Posts Tagged ‘sustainability’

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Who Will Be There? All-Energy Canada Trade Show and Conference Toronto #AllEnergyCA

02/04/2014

Hello energy enthusiasts, I’m coming back after a long hiatus.  I’m back – back in an All-Energy mood.  Spring is here and the sun’s warmth reminds me how the clean energy landscape in Canada keeps growing – sometimes quickly, sometimes slow. But still growing.

My media creds now official for All-Energy Canada (April 9-10, Direct Energy Centre, Toronto) I get to enjoying supporting several organizations, including the show’s associates. ‘Nuff said.

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Here’s an advance on some of the exhibitors & speakers:

Biomass Innovation Centre

The BIC was established by Nipissing University’s School of Business in the spring of 2009 as a centre for knowledge and support in the development of an expanding clean technology industry.

Working with organizations and individuals to:

  • Identify biomass supply opportunities in the forestry and agricultural sectors.
  • Support projects that transform biomass into fuels and high-value products.
  • Develop market capacity and demand for bio-fuels and bio-refinery products.

Services include education, technical marketing, advocacy and research that spans from the forest to the marketplace. They focus on bridging the information gaps between knowledge and application and are dedicated to educating the industry as a whole.

Fronius Canada

Their technology boasts (solar) “… year-round autonomous energy supply involving photovoltaics was previously only possible by having environmentally-damaging diesel generators to fall back on. Fronius has found a new solution – the Fronius Energy Cell. In future, the energy cell can be used to convert excess energy into hydrogen for storage, converting it back into useful power when needed.”

Chiefs of Ontario

“The Chiefs of Ontario is a political forum and secretariat for collective decision-making, action, and advocacy for the 133 First Nations communities located within the boundaries of the province of Ontario.  Guided by the Chiefs in Assembly, they uphold self-determination efforts of the Anishinaabek, Mushkegowuk, Onkwehonwe, and Lenape Peoples in protecting and exercising their inherent and Treaty rights.   Keeping in mind the wisdom of our Elders, and the future for our youth, we continue to create the path forward in building our Nations as strong, healthy Peoples respectful of ourselves, each other, and all creation.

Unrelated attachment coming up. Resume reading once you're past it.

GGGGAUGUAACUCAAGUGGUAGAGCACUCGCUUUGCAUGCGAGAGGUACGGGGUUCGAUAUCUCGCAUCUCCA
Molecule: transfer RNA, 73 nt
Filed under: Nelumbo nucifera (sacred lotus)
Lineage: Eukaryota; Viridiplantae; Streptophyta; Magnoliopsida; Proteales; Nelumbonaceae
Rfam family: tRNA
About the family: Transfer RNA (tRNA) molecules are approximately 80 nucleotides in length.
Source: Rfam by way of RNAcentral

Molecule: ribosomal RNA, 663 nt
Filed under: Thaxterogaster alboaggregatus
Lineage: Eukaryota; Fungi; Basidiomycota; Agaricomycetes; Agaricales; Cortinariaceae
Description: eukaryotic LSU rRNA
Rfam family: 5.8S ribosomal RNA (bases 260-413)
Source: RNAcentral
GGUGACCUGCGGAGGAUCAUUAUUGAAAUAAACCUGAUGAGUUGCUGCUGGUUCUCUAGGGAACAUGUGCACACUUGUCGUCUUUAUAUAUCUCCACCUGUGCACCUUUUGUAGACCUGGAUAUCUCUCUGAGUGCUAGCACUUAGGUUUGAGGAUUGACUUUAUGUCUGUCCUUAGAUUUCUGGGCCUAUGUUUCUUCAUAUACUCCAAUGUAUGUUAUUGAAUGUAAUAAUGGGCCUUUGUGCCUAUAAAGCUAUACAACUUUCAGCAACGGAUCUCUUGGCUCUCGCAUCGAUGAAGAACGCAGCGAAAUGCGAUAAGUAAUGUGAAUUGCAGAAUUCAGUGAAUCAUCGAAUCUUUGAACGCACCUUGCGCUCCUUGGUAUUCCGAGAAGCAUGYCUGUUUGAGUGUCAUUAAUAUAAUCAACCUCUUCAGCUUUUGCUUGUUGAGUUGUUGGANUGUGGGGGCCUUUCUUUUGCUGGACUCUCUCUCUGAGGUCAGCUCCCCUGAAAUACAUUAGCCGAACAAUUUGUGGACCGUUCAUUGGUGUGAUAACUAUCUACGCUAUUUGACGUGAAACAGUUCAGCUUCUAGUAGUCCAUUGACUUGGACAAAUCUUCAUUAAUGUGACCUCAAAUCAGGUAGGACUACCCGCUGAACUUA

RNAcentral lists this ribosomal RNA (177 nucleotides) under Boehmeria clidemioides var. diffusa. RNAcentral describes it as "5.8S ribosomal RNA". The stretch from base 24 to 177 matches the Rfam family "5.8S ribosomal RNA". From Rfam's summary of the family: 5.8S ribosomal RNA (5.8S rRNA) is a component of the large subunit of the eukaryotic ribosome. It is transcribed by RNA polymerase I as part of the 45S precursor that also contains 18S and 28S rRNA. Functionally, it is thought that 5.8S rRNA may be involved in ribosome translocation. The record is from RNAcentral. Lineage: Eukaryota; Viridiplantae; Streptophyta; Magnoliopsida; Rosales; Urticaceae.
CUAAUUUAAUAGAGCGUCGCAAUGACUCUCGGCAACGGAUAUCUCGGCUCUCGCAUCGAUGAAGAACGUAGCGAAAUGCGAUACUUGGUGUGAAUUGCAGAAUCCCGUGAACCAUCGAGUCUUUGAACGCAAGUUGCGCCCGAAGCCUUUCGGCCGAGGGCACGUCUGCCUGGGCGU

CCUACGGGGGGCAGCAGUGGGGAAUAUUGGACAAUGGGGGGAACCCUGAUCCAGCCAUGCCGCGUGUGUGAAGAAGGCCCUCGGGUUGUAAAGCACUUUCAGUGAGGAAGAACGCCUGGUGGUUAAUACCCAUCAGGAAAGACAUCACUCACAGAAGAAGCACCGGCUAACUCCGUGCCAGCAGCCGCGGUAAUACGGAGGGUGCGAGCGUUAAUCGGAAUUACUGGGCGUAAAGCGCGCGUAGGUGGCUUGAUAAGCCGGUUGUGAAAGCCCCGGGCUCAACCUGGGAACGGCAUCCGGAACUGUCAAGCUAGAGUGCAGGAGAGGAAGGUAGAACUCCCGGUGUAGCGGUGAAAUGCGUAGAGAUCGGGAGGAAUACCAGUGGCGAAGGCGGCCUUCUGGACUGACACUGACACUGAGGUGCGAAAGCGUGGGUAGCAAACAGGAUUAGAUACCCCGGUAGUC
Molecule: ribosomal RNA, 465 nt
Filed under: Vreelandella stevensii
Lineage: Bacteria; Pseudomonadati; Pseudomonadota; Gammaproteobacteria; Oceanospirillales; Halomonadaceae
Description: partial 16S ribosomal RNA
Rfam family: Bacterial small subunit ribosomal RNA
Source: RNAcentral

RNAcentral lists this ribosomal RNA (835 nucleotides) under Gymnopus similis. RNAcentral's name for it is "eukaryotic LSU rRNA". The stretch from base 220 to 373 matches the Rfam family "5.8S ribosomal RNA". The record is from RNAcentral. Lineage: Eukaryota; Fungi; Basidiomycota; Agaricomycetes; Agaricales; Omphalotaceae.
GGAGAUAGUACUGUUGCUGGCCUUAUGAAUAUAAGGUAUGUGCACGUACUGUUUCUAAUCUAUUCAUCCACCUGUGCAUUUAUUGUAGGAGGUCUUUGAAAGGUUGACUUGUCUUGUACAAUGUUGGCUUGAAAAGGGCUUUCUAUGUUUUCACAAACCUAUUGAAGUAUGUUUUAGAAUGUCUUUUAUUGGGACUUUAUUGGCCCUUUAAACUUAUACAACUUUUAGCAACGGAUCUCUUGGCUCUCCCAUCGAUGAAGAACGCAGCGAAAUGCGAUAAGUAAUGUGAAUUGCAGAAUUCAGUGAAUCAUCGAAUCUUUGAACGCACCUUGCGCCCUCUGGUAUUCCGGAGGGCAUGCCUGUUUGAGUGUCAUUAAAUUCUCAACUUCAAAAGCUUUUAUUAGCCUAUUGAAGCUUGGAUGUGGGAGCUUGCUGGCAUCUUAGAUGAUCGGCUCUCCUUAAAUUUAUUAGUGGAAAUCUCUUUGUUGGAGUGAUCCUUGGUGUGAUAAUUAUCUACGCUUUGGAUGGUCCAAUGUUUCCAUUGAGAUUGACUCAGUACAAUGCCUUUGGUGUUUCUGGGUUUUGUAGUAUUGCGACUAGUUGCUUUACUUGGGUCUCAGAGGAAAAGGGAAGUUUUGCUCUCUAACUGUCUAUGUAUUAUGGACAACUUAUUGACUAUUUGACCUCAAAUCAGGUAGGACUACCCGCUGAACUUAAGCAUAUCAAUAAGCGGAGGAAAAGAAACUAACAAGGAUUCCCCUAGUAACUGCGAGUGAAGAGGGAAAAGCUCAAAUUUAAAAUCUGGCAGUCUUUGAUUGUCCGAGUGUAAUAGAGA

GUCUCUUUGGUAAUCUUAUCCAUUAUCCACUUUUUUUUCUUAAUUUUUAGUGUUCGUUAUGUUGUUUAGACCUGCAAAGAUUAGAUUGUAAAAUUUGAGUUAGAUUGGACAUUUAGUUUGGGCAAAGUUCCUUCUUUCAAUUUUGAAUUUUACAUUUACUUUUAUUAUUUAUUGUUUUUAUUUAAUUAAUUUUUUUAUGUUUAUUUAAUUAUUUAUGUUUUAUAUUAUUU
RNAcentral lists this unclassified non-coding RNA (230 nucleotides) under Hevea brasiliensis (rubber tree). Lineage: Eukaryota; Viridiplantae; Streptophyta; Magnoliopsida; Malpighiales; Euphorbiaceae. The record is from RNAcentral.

The activities of the Chiefs of Ontario are mandated through and guided by:

  • Resolutions passed by the Chiefs in Assembly of the 133 First Nations in Ontario
  • The Political Confederacy made up of the Grand Chiefs of Political Territorial Organizations (PTOs) and Independent First Nations
  • The elected Regional Chief for the Chiefs of Ontario”

STEEP Building Systems Canada:

An Ontario based manufacturer of energy efficient structural panels, will display their building product. STEEP panels have been used in scores of large and small buildings built across urban and rural southern Ontario with this quick, durable and cost effective construction technique.

Working with Far North Developments, STEEP Canada will also demonstrate how the construction benefits of STEEP panels can be integrated with renewable energy and storage technology. This approach makes STEEP panel buildings suitable for use as housing, schools and offices in rural, resource based communities and remote First Nation locations.

More speakers (International):

DR. WOODROW (WOODY) CLARK II (Keynote Speaker)
Chief Executive Officer, Clark Strategic Partners/Nobel Peace Prize recipient

A noted lecturer and senior advisor to governments worldwide, Dr. Woodrow Clark was one of the contributing scientists to the United Nations Intergovernmental Panel on Climate Change (UNIPCC), which as an organization was awarded the Nobel Peace Prize in December 2007 along with Al Gore and the film An Inconvenient Truth.

Professor Bassim Abassi from Al-Balqa’ Applied University in Jordan, to discuss the use of Building Integrated Photovoltaics (BIPV) in the Mediterranean basin (case study).

Donnadelliah Maluleke, Consul Political at the South African Consulate General in Chicago.

More speakers (Canada):

William Lahey, Chairman of Efficiency Nova Scotia, from Dartmouth, Nova Scotia, to discuss consumer demand management and saving energy.

Elisa Obermann, Atlantic Director of Marine Renewables Canada, from Halifax, Nova Scotia, will be providing an overview of the Canadian marine energy market.

Matt Jameson, Director of Economic Development from Six Nations of the Grand River, the largest First Nation in Canada.

Martin Damphousse, Mayor of Varennes, Quebec, to discuss their leading role in community energy projects.

This is by no means a complete list.

The Trade Show part is free but you should register.  Please visit by clicking => All-Energy and come out.

Lots of companies to connect with, pose questions, get answers, network and support All Energy in Canada.

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The British Are Coming! Future Policy: Canada Cracked Open – Business, Environment, Laws

29/09/2011

One of Canadian Newswire’s headlines read: Ties Between UK & Canada Show Plenty of Potential.

It obviously points to the University of Calgary’s School of Public Policy as clearly touted throughout the release, along with the interesting video attached as well. Go read and see it here, however, it pointed towards something else that seems to have surfaced in an underlying way.